MIPRC visits Congress to promote Midwest passenger rail
MIPRC commissioners met with 49 Midwestern Members of Congress and/or their staff during individual office visits in Washington, D.C. on May 23 to stress the importance of maintaining a strong federal/state partnership for passenger rail development. Commissioners also illuminated the growing demand for regional passenger rail in the Midwest, along with recent developments in track and equipment upgrades. (See MIPRC’s key advocacy points here.)
Commissioners emphasized the continuing strong increases in ridership both on state-supported corridor service and the region’s long-distance trains, highlighted the need for ongoing federal investment in passenger rail, similar to other modes of transportation, and pointed out that higher speed passenger rail can be built without compromising the role played by freight rail. Commissioners also noted the economic, energy and environmental benefits of regional plans to build a network of faster, more frequent passenger rail.
Commissioners and MIPRC staff also met with Amtrak officials to discuss Amtrak’s and MIPRC’s priorities and the current Congressional session.
The previous day (May 22), MIPRC hosted briefings for House and Senate staff, providing them with overviews of MIPRC’s organization and aims, the current state of passenger rail service and ridership across the Midwest, a state-by-state summary of recent corridor improvements made possible through federal funding to states for passenger rail capital improvements and planning, and the FRA-led long-term Midwest Regional Rail study (see MIPRC’s presentation here).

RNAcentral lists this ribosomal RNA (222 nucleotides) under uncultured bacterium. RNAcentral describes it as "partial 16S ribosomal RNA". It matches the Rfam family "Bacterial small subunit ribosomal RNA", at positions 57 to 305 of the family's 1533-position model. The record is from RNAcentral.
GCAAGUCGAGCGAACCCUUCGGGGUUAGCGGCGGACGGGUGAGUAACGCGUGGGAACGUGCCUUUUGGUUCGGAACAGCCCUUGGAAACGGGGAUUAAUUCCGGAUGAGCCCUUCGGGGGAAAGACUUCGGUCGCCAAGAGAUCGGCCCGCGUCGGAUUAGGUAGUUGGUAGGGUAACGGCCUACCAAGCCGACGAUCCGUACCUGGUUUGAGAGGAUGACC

Commissioners also requested that Congress fully fund the passenger rail-related grant programs in the FAST Act to their authorized levels, and maintain funding for the popular TIGER (Transportation Investment Generating Economic Recovery) discretionary grant program. The administration’s budget, coincidentally released on May 23, proposes to eliminate all funding for Amtrak’s long-distance trains and the TIGER grant program. (See MIPRC’s letter to Congress opposing those cuts here.)
“Having state legislators and governor’s designees meeting with members of Congress or their staff provides MIPRC the opportunity to express the states’ commitment to intercity passenger rail and the need for a strong federal partner,” said MIPRC Chair Tim Hoeffner, director of the Michigan Department of Transportation’s Office of Rail and Gov. Rick Snyder’s designee to MIPRC. “The states have stepped up and we need the federal government to stand with the states.”
MIPRC commissioners on the trip included Beth McCluskey (Illinois), Rep. Sharon Negele (Indiana), Wichita Ald. Pete Meitzner (Kansas), MIPRC Chair Tim Hoeffner (Michigan), Joan Bray (Missouri), Sens. Dan Quick and Lynne Walz (Nebraska), Rep. Kim Koppelman (North Dakota) and Sen. Mark Miller (Wisconsin).